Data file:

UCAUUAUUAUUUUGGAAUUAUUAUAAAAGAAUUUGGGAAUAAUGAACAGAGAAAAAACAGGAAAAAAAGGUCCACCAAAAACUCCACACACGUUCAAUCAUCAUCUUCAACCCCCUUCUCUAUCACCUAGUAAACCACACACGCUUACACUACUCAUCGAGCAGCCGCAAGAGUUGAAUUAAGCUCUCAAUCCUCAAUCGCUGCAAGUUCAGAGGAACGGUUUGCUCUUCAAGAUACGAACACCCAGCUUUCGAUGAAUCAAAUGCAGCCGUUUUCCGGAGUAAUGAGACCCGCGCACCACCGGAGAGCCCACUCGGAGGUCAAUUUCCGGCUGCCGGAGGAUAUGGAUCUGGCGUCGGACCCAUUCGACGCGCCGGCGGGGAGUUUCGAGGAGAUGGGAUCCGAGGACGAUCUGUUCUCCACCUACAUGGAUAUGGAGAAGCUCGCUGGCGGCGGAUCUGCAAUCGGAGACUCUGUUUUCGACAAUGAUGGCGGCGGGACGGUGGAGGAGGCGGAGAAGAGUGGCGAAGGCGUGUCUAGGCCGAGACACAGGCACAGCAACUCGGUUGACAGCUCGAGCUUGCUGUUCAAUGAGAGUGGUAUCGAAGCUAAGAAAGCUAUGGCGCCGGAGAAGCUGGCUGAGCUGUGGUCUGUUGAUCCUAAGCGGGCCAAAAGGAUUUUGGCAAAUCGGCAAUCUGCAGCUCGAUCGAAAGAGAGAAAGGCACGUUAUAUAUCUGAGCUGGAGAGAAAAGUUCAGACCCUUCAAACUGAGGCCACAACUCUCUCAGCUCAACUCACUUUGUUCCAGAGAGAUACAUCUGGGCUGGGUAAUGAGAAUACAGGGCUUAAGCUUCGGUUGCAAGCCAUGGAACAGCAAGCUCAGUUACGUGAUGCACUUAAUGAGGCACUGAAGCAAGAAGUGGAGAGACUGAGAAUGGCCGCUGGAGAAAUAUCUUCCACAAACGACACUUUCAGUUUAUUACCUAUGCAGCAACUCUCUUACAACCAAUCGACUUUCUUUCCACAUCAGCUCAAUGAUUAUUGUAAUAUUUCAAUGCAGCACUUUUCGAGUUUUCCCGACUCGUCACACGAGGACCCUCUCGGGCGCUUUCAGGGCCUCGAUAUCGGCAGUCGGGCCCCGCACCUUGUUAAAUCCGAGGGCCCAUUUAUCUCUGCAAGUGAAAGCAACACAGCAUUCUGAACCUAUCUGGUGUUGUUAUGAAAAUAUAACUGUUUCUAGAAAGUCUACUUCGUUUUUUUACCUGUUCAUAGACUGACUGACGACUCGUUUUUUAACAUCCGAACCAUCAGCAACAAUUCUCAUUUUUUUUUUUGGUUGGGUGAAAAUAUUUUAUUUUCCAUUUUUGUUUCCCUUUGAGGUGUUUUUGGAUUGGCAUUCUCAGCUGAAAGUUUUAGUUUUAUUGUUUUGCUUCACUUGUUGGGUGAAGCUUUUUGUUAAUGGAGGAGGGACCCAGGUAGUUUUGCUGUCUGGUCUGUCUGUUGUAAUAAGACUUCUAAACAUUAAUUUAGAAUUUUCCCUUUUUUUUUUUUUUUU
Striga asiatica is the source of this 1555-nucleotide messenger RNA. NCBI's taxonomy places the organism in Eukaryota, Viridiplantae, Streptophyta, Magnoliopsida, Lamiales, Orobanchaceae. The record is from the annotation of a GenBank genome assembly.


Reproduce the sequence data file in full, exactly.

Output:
UCAUUAUUAUUUUGGAAUUAUUAUAAAAGAAUUUGGGAAUAAUGAACAGAGAAAAAACAGGAAAAAAAGGUCCACCAAAAACUCCACACACGUUCAAUCAUCAUCUUCAACCCCCUUCUCUAUCACCUAGUAAACCACACACGCUUACACUACUCAUCGAGCAGCCGCAAGAGUUGAAUUAAGCUCUCAAUCCUCAAUCGCUGCAAGUUCAGAGGAACGGUUUGCUCUUCAAGAUACGAACACCCAGCUUUCGAUGAAUCAAAUGCAGCCGUUUUCCGGAGUAAUGAGACCCGCGCACCACCGGAGAGCCCACUCGGAGGUCAAUUUCCGGCUGCCGGAGGAUAUGGAUCUGGCGUCGGACCCAUUCGACGCGCCGGCGGGGAGUUUCGAGGAGAUGGGAUCCGAGGACGAUCUGUUCUCCACCUACAUGGAUAUGGAGAAGCUCGCUGGCGGCGGAUCUGCAAUCGGAGACUCUGUUUUCGACAAUGAUGGCGGCGGGACGGUGGAGGAGGCGGAGAAGAGUGGCGAAGGCGUGUCUAGGCCGAGACACAGGCACAGCAACUCGGUUGACAGCUCGAGCUUGCUGUUCAAUGAGAGUGGUAUCGAAGCUAAGAAAGCUAUGGCGCCGGAGAAGCUGGCUGAGCUGUGGUCUGUUGAUCCUAAGCGGGCCAAAAGGAUUUUGGCAAAUCGGCAAUCUGCAGCUCGAUCGAAAGAGAGAAAGGCACGUUAUAUAUCUGAGCUGGAGAGAAAAGUUCAGACCCUUCAAACUGAGGCCACAACUCUCUCAGCUCAACUCACUUUGUUCCAGAGAGAUACAUCUGGGCUGGGUAAUGAGAAUACAGGGCUUAAGCUUCGGUUGCAAGCCAUGGAACAGCAAGCUCAGUUACGUGAUGCACUUAAUGAGGCACUGAAGCAAGAAGUGGAGAGACUGAGAAUGGCCGCUGGAGAAAUAUCUUCCACAAACGACACUUUCAGUUUAUUACCUAUGCAGCAACUCUCUUACAACCAAUCGACUUUCUUUCCACAUCAGCUCAAUGAUUAUUGUAAUAUUUCAAUGCAGCACUUUUCGAGUUUUCCCGACUCGUCACACGAGGACCCUCUCGGGCGCUUUCAGGGCCUCGAUAUCGGCAGUCGGGCCCCGCACCUUGUUAAAUCCGAGGGCCCAUUUAUCUCUGCAAGUGAAAGCAACACAGCAUUCUGAACCUAUCUGGUGUUGUUAUGAAAAUAUAACUGUUUCUAGAAAGUCUACUUCGUUUUUUUACCUGUUCAUAGACUGACUGACGACUCGUUUUUUAACAUCCGAACCAUCAGCAACAAUUCUCAUUUUUUUUUUUGGUUGGGUGAAAAUAUUUUAUUUUCCAUUUUUGUUUCCCUUUGAGGUGUUUUUGGAUUGGCAUUCUCAGCUGAAAGUUUUAGUUUUAUUGUUUUGCUUCACUUGUUGGGUGAAGCUUUUUGUUAAUGGAGGAGGGACCCAGGUAGUUUUGCUGUCUGGUCUGUCUGUUGUAAUAAGACUUCUAAACAUUAAUUUAGAAUUUUCCCUUUUUUUUUUUUUUUU
Striga asiatica is the source of this 1555-nucleotide messenger RNA. NCBI's taxonomy places the organism in Eukaryota, Viridiplantae, Streptophyta, Magnoliopsida, Lamiales, Orobanchaceae. The record is from the annotation of a GenBank genome assembly.